The Camino: A Day On The Road

Days on the road are hard, hot and mostly repetitive, I am often tired, hungry and fed up but for some reason, I keep on coming back for more. This blog entry is my attempt to describe a day on the road. So this is a tale about a single day on my walk on the Camino De Santiago in Spain. Everything in this essay is true, but I have reordered the events and incidents to build up my “day”. In September 2019, I walked 500 miles (800km) on the Camino De Santiago, a pilgrimage route that leads to Santiago de Compostela, the city with Saint James’s tomb.

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The sun was rising over the town as I started my walk, the town’s residents were beginning to rise for work. Students pass me, all with cigarettes in their mouths, rushing to get to university on time. As one student passed me in a rush, she breathed out a cloud of smog in my direction. The smell reminded me of times not too long ago. Boozy nights filled with cigarettes and regret, times of identity struggles, things that haven’t changed much.

Mornings are not my friend. Most mornings on the trail I usually spend adjusting to the early risings by ranting under my breath about being awake at such a stupid time. As I set off, overly happy pilgrims yelled ‘buen camino’ as I passed them, which never uplifted me at that time in the morning as it was meant to. How can anyone be happy this time in the morning as I did my best to be as antisocial as possible so I didn’t get caught in a conversation then people wouldn’t realise how much of a moody bastard I am. As the sky got brighter, my eyes got wider, beautiful mountain views, adorable cosy villages and stunning country backdrops, it woke me up and made me feel alive once again.

As I walked down the road, Podarcis lizards crawled through the cracks in the path staring up, almost stunned that people were walking above them. As I walked, the route was gradually getting higher through dark forests lit up by the streaks of light glittering down through the boughs that left a shadowy illumination. Now and again, I found an opening through the trees that showed stunning views from what seemed like the top of the world. Looking out over the  vast range of mountains covered with trees, you could see the different shades of green for miles, views that made the day worth waking up for.

With time on your own, you get a lot of time to think about everything, time to contemplate some stuff, both dark and cynical, some light and positive. I start to think about all the bad decisions, career paths, past lovers, the girls you should have asked out, all the good times, mental health, your attitude to life, the good laughs, the value of what I have, that person you upset through poorly chosen words, a look at self-improvement, questioning every choice I have ever made (including the walk) and how to make the future better for myself and the people around me. But after the first few days on your own, you have answers to the world’s philosophical questions. Then what? I have another 29 days to go what now?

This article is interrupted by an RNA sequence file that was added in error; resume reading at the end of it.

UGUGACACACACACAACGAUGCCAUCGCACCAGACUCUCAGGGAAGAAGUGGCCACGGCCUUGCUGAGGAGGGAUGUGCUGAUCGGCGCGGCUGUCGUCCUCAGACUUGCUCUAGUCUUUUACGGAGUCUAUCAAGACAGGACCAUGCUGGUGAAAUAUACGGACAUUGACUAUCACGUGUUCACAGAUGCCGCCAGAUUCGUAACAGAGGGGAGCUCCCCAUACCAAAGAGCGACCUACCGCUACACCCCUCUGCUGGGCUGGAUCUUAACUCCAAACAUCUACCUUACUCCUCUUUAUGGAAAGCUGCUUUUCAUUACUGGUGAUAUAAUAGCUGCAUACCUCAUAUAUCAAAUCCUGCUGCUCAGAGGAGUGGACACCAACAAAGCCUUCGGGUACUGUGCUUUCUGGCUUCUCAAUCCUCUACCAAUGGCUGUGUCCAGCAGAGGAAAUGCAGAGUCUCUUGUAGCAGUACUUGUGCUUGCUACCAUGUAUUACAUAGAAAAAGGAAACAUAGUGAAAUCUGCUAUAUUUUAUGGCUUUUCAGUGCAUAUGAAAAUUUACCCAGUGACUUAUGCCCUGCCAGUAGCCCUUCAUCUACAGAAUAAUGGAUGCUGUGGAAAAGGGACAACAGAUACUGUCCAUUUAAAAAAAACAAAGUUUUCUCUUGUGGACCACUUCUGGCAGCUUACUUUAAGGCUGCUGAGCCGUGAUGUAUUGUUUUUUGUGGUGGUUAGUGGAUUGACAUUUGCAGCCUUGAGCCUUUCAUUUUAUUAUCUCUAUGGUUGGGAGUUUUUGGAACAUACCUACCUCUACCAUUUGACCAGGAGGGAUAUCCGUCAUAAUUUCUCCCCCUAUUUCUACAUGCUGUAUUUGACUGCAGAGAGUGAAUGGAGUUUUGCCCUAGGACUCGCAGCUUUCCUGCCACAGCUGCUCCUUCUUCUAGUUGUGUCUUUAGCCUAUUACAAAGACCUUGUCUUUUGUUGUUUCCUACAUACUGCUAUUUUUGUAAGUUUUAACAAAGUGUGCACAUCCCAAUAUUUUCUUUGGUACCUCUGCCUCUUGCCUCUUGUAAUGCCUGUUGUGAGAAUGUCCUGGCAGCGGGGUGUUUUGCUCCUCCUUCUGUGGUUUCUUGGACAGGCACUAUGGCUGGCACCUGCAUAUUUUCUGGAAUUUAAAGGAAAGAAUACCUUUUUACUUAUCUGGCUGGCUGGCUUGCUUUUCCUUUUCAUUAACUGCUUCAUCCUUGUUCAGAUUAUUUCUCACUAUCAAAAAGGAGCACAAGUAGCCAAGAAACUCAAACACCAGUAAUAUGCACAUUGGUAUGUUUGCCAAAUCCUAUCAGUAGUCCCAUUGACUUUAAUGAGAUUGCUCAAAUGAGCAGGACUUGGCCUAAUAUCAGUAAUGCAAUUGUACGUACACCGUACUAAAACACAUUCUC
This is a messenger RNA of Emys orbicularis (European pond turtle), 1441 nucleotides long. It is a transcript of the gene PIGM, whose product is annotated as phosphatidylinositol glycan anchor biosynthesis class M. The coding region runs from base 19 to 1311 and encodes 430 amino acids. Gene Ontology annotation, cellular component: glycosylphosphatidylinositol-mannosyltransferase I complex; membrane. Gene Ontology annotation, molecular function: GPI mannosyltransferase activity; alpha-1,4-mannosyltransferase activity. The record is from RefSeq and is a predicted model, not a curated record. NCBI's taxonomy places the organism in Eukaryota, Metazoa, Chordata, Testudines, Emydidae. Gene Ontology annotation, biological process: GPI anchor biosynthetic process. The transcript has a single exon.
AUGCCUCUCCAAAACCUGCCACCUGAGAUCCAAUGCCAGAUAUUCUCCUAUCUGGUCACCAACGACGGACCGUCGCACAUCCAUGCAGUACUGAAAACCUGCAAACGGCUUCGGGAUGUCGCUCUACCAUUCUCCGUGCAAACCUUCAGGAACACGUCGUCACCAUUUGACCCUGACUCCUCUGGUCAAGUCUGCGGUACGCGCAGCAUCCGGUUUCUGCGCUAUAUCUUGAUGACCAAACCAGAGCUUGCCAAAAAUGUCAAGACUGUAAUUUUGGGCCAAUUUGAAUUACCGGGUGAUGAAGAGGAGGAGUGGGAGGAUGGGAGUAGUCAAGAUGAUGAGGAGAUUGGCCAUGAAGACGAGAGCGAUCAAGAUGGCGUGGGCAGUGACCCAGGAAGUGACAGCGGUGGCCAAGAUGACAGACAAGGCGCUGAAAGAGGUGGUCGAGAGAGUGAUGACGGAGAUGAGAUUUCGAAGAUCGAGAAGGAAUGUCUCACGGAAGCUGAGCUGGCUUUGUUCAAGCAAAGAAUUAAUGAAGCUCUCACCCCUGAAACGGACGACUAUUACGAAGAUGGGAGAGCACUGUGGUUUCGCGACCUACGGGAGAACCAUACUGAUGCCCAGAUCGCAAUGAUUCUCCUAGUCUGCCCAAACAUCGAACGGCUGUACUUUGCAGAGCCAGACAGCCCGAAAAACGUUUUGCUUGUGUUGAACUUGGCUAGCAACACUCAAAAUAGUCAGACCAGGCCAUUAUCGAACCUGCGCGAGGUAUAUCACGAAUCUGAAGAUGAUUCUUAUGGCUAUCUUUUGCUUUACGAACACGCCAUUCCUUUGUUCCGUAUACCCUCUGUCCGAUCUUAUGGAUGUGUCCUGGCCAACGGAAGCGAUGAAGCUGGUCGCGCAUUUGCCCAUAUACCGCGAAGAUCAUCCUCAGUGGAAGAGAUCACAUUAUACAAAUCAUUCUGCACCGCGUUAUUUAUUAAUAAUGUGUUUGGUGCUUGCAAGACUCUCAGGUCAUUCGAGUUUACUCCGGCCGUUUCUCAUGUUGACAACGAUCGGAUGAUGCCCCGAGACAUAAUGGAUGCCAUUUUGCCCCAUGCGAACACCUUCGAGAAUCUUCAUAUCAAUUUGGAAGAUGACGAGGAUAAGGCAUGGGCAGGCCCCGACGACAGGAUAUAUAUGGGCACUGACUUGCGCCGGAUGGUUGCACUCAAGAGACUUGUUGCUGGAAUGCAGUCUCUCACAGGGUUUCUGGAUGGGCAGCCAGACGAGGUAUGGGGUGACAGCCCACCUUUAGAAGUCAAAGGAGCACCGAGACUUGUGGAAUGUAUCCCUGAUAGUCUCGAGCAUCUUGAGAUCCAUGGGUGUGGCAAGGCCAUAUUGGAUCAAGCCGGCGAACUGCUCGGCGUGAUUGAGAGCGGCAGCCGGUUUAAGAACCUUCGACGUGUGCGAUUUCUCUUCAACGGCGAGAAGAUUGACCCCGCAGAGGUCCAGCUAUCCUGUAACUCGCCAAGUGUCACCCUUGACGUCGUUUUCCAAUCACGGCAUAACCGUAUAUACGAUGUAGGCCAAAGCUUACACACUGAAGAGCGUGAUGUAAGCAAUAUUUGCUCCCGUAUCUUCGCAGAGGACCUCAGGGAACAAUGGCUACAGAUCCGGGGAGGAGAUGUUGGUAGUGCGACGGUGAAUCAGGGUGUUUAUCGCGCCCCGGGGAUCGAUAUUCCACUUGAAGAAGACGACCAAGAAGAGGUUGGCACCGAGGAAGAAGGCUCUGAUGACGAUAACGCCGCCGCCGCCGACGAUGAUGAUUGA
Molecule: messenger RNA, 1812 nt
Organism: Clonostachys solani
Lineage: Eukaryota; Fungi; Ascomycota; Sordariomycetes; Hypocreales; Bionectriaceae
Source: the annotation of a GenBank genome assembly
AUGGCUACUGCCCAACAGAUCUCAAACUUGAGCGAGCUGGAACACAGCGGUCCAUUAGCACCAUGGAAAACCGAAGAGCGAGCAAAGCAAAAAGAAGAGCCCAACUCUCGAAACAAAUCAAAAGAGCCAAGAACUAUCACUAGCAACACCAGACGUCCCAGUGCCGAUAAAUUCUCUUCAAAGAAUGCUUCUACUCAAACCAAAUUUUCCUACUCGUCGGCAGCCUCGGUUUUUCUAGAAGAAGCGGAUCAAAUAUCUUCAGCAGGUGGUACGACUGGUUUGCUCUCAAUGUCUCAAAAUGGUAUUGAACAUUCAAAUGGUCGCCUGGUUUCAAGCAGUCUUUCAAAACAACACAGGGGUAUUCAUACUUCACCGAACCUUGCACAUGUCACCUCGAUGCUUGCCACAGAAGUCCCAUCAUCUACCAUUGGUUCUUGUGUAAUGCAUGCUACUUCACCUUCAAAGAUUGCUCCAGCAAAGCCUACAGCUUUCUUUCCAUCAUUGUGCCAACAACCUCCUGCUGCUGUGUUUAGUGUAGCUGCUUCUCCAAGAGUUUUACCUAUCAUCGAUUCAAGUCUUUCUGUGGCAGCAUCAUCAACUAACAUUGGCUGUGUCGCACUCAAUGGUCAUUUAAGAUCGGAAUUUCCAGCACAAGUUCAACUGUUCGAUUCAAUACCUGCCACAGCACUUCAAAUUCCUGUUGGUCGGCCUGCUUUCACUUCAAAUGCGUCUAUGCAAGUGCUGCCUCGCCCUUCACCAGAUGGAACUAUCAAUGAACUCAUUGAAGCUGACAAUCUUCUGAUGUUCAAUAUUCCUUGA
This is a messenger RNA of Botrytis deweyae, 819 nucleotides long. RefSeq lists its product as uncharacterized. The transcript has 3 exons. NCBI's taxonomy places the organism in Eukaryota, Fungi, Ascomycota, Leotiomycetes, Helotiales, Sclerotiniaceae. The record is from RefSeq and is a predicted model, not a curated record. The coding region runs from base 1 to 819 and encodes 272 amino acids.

As I pushed further on, I came across a remarkable lake. The next 2 miles consisted of me walking around it. I was mesmerized by the staggering reflections of the mountains that towered above the lake. The lake was the finest of mirrors converting the stunning backdrop to an image so beautiful yet a little smudged and broken by ripples in the lake.

Walking the Camino provides simplicity, just like real life each day you have a set of things to do, which for most people is getting ready for work, in The Camino’s case, it’s walking a set mileage each day until you reach your goal. Once you arrive at your destination, it is time to chill. Sightseeing, eating and drinking, socialising with the many other pilgrims, writing, reading or sleeping the possibilities are endless. It is just an alternative way of living for a short period of time.  

I came across 3 pilgrims taking photos of each other in front of the stunning scenery in front of them. I offered to take a picture of all of them which they appreciated, and they became my travel buddies for the rest of the day. We had a father and son from Madrid, the son had moved to Cordoba, and when they wanted to spend some time together, they would go on long hikes. This was the third Camino for both of them. The father was 86 years old and faster than all of us (When/if I get to 86 I hope I am still doing mad adventures). There was also a girl not related who they had met along the way. It was her first Camino, she was born in Mexico and now lived in America, and she knew six languages. As we walked, we drank monk wine from a bota. A bota is a traditional Spanish kind of bottle made out of leather and there is a unique way to drink out of it, you place the bota away from you and spray it into your mouth. I am not the biggest fan of wine, especially at 11am however I didn’t have much of a choice as it was almost forced down my throat. They were all in great spirits singing Spanish songs. The 86-year-old was in top form making jokes, climbing trees to get fruit, jogging. He had so much energy it was amazing.